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Contracting under Incomplete Information and Social Preferences: An Experimental Study

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  • Hoppe, Eva I
  • Schmitz, Patrick W

Abstract

Principal-agent models in which the agent has access to private information before a contract is signed are a cornerstone of contract theory. We have conducted an experiment with 720 participants to explore whether the theoretical insights are reflected by the behavior of subjects in the laboratory and to what extent deviations from standard theory can be explained by social preferences. Investigating settings with both exogenous and endogenous information structures, we find that agency theory is indeed useful to qualitatively predict how variations in the degree of uncertainty affect subjects' behavior. Regarding the quantitative deviations from standard predictions, our analysis based on several control treatments and quantal response estimations shows that agents' behavior can be explained by social preferences that are less pronounced than in conventional ultimatum games. Principals' own social preferences are not an important determinant of their behavior. However, when the principals make contract offers, they anticipate that social preferences affect agents' behavior.

Suggested Citation

  • Hoppe, Eva I & Schmitz, Patrick W, 2013. "Contracting under Incomplete Information and Social Preferences: An Experimental Study," CEPR Discussion Papers 9287, C.E.P.R. Discussion Papers.
  • Handle: RePEc:cpr:ceprdp:9287
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    Cited by:

    1. Claudia M. Landeo & Kathryn E. Spier, 2016. "Stipulated Damages as a Rent-Extraction Mechanism: Experimental Evidence," Journal of Institutional and Theoretical Economics (JITE), Mohr Siebeck, Tübingen, vol. 172(2), pages 235-273, June.
    2. repec:bla:jemstr:v:26:y:2017:i:1:p:231-256 is not listed on IDEAS
    3. Bierbrauer, Felix & Netzer, Nick, 2016. "Mechanism design and intentions," Journal of Economic Theory, Elsevier, vol. 163(C), pages 557-603.
    4. Hoppe, Eva I & Schmitz, Patrick W, 2015. "Hidden Action and Outcome Contractibility: An Experimental Test of Contract Theory," CEPR Discussion Papers 11002, C.E.P.R. Discussion Papers.
    5. repec:bla:germec:v:18:y:2017:i:4:p:411-443 is not listed on IDEAS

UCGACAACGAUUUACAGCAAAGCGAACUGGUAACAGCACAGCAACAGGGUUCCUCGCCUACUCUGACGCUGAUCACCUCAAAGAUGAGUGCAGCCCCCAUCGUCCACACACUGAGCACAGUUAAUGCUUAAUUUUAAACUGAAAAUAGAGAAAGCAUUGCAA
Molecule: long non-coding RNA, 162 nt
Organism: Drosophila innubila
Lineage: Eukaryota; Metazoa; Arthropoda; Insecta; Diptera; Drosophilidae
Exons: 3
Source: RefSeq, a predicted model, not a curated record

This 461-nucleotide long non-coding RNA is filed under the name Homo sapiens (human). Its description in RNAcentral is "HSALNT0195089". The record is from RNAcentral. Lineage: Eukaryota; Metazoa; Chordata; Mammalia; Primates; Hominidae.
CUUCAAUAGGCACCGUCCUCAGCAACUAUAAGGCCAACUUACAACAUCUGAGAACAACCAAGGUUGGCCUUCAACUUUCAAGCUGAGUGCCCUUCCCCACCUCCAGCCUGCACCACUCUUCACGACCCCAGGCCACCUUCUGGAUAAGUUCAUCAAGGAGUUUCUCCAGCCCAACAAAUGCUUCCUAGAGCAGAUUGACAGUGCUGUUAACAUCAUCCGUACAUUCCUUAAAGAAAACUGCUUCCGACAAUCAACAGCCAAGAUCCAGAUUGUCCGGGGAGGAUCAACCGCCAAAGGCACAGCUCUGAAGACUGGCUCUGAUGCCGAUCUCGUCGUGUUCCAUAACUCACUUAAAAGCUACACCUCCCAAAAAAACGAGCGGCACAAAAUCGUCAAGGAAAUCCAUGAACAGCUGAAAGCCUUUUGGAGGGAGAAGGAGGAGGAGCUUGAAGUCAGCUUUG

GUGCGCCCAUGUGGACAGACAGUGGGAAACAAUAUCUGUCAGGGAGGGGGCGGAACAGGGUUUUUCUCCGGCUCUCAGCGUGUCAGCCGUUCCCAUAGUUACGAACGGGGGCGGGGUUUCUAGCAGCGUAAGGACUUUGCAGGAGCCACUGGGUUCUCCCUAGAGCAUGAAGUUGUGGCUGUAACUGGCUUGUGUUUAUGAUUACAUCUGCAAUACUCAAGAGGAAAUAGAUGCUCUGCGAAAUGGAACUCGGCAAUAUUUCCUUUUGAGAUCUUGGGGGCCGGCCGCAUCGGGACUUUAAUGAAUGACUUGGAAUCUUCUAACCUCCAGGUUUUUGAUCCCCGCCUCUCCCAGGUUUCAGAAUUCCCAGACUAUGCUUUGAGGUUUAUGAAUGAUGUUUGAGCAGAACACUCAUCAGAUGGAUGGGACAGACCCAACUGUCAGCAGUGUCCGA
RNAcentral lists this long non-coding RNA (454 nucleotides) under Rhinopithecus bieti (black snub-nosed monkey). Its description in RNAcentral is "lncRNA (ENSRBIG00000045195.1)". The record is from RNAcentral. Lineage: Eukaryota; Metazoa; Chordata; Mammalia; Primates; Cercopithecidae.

6. Güth, Werner & Kocher, Martin G., 2014. "More than thirty years of ultimatum bargaining experiments: Motives, variations, and a survey of the recent literature," Journal of Economic Behavior & Organization, Elsevier, vol. 108(C), pages 396-409.
    7. Hoppe, Eva I. & Schmitz, Patrick W., 2015. "Do sellers offer menus of contracts to separate buyer types? An experimental test of adverse selection theory," Games and Economic Behavior, Elsevier, vol. 89(C), pages 17-33.
    8. Mathias Erlei & Heike Schenk-Mathes, 2017. "Bounded Rationality in Principal-Agent Relationships," German Economic Review, Verein für Socialpolitik, vol. 18(4), pages 411-443, November.
    9. Ola Andersson & Håkan J. Holm & Jean-Robert Tyran & Erik Wengström, 2016. "Deciding for Others Reduces Loss Aversion," Management Science, INFORMS, vol. 62(1), pages 29-36, January.
    10. Daniel L. Chen, 2015. "Can markets stimulate rights? On the alienability of legal claims," RAND Journal of Economics, RAND Corporation, vol. 46(1), pages 23-65, March.
    11. Werner Güth & M. Vittoria Levati & Chiara Nardi & Ivan Soraperra, 2014. "An ultimatum game with multidimensional response strategies," Jena Economic Research Papers 2014-018, Friedrich-Schiller-University Jena.

    More about this item

    Keywords

    Adverse selection; Agency theory; Experiment; Information gathering; Social preferences; Ultimatum game;

    JEL classification:

    • C72 - Mathematical and Quantitative Methods - - Game Theory and Bargaining Theory - - - Noncooperative Games
    • C91 - Mathematical and Quantitative Methods - - Design of Experiments - - - Laboratory, Individual Behavior
    • D82 - Microeconomics - - Information, Knowledge, and Uncertainty - - - Asymmetric and Private Information; Mechanism Design
    • D86 - Microeconomics - - Information, Knowledge, and Uncertainty - - - Economics of Contract Law

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